EURO GOVT-Bunds fall after U.S. Fed dampens stimulus expectation
* German Bunds slide after U.S. Fed minutes judged hawkish
* May rebound if U.S. data dashes high expectations
* Scope for fresh falls seen limited by euro zone concerns
LONDON, Jan 4 (Reuters) - German Bund futures dipped on Friday, extending the week's steep decline after signs that the U.S. Federal Reserve may be less committed to its bond-buying stimulus plans than previously thought.
With U.S. markets continuing to drive global investor sentiment, minutes from the Fed's latest meeting gave fresh momentum to the sell-off in low-risk government bonds that was sparked by U.S. policymakers' last-gasp deal to avoid recession-inducing spending cuts and tax hikes.
Some Fed members showed growing concern about expanding the central bank's asset purchase programme which created doubt that ultra low yields on core government bonds, including German debt, could be sustained.
"There's disappointment at the Fed minutes, that's the main story... presumably they're hoping things in the economy pick up in the second half of the year and so they don't have to do more QE (quantitative easing)," a trader said.
Bund futures fell 50 ticks to 143.07, extending the sell-off seen over the course of the last three sessions in which Bunds have dropped more than two full points. U.S. Treasuries also fell, adding to moves after Thursday's European settlement.
The Fed minutes ramped up the focus on today's U.S. non-farm payrolls report, which may prove the trigger for further losses if it shows the economy added more jobs than the more than the 150,000 forecast by a Reuters poll.
"The Fed has made it clear that it will keep policy loose until unemployment drops to 6.5 percent or below, so strong jobs data will undoubtedly raise expectations of a more hawkish Fed," analysts at Tradition brokerage said in a note.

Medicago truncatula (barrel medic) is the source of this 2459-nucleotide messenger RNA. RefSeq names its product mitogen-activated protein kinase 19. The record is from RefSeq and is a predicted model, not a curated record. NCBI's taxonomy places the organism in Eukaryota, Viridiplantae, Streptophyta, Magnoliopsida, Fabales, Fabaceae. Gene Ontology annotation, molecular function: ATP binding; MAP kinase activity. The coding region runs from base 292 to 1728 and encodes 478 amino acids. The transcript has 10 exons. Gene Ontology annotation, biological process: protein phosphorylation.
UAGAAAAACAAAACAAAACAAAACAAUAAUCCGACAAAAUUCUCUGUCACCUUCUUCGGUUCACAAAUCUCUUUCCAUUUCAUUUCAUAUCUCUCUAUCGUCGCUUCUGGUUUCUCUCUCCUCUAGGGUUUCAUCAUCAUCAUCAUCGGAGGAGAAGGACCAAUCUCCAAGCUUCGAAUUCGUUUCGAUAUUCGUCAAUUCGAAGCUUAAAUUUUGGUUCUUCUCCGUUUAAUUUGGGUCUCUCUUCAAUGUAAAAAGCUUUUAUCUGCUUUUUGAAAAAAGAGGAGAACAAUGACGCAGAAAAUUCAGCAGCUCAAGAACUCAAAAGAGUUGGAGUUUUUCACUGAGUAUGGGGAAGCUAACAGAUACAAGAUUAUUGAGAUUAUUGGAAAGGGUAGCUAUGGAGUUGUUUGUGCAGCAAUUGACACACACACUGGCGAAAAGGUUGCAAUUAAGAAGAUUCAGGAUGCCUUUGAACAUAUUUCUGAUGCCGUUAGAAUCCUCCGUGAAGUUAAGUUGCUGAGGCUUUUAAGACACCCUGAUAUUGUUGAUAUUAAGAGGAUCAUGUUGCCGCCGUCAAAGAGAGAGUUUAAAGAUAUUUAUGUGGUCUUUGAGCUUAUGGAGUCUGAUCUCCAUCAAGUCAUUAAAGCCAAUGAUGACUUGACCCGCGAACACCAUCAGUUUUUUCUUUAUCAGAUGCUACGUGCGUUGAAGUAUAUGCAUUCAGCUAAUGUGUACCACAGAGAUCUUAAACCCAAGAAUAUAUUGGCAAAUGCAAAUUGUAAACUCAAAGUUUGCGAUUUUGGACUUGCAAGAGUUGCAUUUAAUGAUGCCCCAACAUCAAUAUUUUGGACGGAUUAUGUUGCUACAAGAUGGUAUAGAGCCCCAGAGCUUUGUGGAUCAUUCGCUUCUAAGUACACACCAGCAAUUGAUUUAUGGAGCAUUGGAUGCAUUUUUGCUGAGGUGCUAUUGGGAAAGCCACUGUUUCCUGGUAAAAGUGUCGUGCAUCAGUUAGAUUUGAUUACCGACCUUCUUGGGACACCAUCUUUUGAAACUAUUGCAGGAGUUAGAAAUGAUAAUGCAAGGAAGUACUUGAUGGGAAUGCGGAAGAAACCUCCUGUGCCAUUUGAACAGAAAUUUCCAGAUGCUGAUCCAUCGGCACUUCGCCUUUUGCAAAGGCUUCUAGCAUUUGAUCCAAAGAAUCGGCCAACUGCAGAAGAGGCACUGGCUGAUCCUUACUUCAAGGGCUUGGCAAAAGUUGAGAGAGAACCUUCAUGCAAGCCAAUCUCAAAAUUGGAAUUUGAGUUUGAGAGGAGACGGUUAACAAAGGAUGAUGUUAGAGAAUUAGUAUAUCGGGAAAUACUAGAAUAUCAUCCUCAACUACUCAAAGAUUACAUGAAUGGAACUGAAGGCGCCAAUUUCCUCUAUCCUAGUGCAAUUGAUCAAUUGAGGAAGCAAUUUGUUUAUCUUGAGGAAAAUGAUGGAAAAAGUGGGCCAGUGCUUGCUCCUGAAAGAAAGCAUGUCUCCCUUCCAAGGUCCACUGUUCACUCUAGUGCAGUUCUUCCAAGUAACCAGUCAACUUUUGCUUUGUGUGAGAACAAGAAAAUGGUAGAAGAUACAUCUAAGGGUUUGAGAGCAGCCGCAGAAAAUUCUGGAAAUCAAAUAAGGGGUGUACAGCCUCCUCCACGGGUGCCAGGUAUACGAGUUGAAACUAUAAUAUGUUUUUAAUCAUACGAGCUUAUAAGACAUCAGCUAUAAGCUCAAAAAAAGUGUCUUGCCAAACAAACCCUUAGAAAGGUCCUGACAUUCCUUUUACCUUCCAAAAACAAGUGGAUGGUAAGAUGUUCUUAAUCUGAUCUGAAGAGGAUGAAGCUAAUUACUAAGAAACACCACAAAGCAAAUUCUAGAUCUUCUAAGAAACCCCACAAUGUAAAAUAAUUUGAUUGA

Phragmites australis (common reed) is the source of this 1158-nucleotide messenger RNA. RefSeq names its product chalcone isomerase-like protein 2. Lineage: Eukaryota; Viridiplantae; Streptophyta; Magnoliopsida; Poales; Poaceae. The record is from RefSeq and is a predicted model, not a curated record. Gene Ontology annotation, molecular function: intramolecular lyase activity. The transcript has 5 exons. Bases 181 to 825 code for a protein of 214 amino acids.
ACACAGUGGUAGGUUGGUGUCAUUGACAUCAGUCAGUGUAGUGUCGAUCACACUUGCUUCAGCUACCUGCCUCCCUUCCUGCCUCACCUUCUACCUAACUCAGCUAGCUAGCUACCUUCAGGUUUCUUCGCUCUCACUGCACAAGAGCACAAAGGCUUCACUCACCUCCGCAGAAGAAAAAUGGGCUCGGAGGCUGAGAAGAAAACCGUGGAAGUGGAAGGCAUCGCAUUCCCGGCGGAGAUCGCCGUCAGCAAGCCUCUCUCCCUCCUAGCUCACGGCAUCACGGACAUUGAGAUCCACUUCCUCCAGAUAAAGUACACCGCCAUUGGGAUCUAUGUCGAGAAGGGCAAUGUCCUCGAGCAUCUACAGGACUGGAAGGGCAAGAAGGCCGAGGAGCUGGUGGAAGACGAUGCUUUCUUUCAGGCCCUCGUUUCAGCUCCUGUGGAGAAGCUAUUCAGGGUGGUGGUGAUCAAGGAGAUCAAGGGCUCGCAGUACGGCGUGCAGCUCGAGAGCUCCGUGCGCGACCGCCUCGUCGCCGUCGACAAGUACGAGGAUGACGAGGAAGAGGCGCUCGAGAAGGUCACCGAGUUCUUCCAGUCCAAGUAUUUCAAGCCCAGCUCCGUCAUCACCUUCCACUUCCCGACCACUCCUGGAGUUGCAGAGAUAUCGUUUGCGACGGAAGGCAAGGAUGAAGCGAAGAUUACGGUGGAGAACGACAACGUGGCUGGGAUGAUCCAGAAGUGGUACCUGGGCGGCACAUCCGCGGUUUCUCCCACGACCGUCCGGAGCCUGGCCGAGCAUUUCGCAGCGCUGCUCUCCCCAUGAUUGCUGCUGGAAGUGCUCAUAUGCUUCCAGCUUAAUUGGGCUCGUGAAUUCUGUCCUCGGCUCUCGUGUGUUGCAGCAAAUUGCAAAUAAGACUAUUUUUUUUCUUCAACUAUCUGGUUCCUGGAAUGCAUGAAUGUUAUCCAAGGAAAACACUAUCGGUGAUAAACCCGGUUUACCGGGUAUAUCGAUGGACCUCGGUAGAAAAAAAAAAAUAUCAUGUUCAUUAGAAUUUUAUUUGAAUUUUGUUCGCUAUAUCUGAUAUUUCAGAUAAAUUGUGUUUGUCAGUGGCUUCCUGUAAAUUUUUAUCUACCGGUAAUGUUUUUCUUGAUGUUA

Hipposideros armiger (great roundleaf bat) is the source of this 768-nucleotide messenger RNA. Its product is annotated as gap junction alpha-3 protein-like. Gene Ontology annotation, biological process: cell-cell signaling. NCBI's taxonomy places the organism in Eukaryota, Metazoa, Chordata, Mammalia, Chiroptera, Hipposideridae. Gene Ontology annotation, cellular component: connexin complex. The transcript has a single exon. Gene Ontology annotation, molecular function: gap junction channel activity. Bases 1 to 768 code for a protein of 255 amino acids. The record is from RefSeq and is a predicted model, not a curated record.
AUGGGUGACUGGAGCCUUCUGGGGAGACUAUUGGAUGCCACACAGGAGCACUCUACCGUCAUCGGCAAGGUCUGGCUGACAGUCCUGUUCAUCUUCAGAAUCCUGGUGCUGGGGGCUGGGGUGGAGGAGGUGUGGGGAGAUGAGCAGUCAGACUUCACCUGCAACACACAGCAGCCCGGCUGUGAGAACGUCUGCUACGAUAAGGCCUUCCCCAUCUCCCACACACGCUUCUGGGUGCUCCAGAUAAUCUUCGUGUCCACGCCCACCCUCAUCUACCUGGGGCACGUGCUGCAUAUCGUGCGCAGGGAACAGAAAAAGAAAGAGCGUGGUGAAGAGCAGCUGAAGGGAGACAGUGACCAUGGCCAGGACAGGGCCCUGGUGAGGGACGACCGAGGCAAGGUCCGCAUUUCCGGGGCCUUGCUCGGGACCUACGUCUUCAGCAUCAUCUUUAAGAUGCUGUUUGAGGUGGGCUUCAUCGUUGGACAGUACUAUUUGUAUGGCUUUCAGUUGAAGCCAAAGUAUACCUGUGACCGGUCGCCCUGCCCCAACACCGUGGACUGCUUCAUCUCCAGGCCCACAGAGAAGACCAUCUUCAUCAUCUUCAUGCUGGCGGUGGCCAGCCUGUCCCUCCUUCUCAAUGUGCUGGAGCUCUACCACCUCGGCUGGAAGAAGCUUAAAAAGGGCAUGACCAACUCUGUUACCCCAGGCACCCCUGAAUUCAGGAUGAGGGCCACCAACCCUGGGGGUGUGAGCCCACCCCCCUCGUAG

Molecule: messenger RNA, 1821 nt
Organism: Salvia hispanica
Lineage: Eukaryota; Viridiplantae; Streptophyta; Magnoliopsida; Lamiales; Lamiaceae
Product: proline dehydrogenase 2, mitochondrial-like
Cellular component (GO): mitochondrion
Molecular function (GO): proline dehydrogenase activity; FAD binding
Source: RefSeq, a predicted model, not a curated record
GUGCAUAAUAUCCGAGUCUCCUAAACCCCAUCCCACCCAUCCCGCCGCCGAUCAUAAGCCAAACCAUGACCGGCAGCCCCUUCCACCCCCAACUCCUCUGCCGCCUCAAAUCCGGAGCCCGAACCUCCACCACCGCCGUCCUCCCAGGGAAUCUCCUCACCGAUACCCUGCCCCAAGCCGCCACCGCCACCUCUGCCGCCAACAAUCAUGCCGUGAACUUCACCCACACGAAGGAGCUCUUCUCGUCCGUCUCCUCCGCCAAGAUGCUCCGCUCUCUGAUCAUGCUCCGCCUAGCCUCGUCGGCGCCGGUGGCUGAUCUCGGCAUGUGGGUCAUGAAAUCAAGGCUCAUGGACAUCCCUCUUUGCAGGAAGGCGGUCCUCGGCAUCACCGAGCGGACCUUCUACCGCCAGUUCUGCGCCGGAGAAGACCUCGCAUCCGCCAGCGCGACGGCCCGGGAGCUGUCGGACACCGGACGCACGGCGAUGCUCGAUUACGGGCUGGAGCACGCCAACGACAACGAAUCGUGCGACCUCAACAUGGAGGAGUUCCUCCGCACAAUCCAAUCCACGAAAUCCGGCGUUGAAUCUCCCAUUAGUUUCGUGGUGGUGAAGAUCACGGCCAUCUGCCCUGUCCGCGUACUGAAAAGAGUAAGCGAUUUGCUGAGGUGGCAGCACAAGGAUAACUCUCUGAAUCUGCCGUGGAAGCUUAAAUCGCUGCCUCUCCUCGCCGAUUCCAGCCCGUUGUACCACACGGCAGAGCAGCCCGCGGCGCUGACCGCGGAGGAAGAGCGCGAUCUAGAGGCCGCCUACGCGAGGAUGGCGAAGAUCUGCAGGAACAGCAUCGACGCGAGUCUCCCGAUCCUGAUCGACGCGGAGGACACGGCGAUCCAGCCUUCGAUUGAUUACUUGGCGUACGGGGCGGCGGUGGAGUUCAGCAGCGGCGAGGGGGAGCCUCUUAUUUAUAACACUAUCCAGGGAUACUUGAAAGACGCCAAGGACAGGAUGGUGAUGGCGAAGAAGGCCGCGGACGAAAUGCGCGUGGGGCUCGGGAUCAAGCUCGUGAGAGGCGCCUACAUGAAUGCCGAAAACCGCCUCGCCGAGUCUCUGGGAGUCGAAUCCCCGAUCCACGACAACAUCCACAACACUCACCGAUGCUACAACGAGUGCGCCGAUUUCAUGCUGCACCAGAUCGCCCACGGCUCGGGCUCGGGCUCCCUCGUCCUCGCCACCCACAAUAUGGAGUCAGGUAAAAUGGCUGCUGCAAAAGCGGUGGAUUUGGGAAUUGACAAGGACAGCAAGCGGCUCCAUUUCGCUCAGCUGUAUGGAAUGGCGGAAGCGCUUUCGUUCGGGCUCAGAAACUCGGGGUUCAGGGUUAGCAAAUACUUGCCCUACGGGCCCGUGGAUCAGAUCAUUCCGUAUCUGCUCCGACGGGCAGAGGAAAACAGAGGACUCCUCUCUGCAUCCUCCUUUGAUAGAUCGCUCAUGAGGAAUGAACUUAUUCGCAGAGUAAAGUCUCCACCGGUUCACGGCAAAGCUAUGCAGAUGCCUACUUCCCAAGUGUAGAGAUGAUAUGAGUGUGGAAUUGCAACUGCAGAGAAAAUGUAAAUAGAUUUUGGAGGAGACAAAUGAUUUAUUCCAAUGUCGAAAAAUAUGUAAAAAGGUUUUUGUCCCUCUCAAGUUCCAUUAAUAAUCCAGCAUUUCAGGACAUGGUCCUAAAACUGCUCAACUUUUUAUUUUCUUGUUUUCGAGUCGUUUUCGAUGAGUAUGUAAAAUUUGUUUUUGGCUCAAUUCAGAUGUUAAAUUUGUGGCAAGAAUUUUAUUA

However, after a better-than-expected ADP employment report on Thursday, many were already betting on an above-consensus payrolls report - bets which could see markets turn around sharply if the number fell short of expectations.
"Clearly after yesterday's ADP report the market has positioned for a strong non-farm payrolls, so now the risk is of a disappointment," said BNP Paribas strategist Patrick Jacq.
Anything below a 100,000 jobs gain would significantly disappoint speculative traders, although the lasting impact on Bund prices was likely to be limited, Jacq said.
Many market participants remained sceptical that the sell-off in German debt will continue to worsen, arguing that the euro zone's domestic debt and low growth problems are far from solved and the U.S. fiscal deal is merely a short term fix.
"I don't think the data in Europe has been particularly good, we will take our lead from the U.S. but you'd have thought Bunds should outperform (Treasuries)," the trader said.
Yields on Spanish and Italian bonds were barely changed on the day and the rally inspired by greater risk-taking this week was expected to unwind once both countries begin their 2013 fundraising challenges next week.
Spain's sale of a new two-year bond will be in particular focus next week with investors still expecting Madrid to make a bailout request soon, despite little signs of willingness from Prime Minister Mariano Rajoy.
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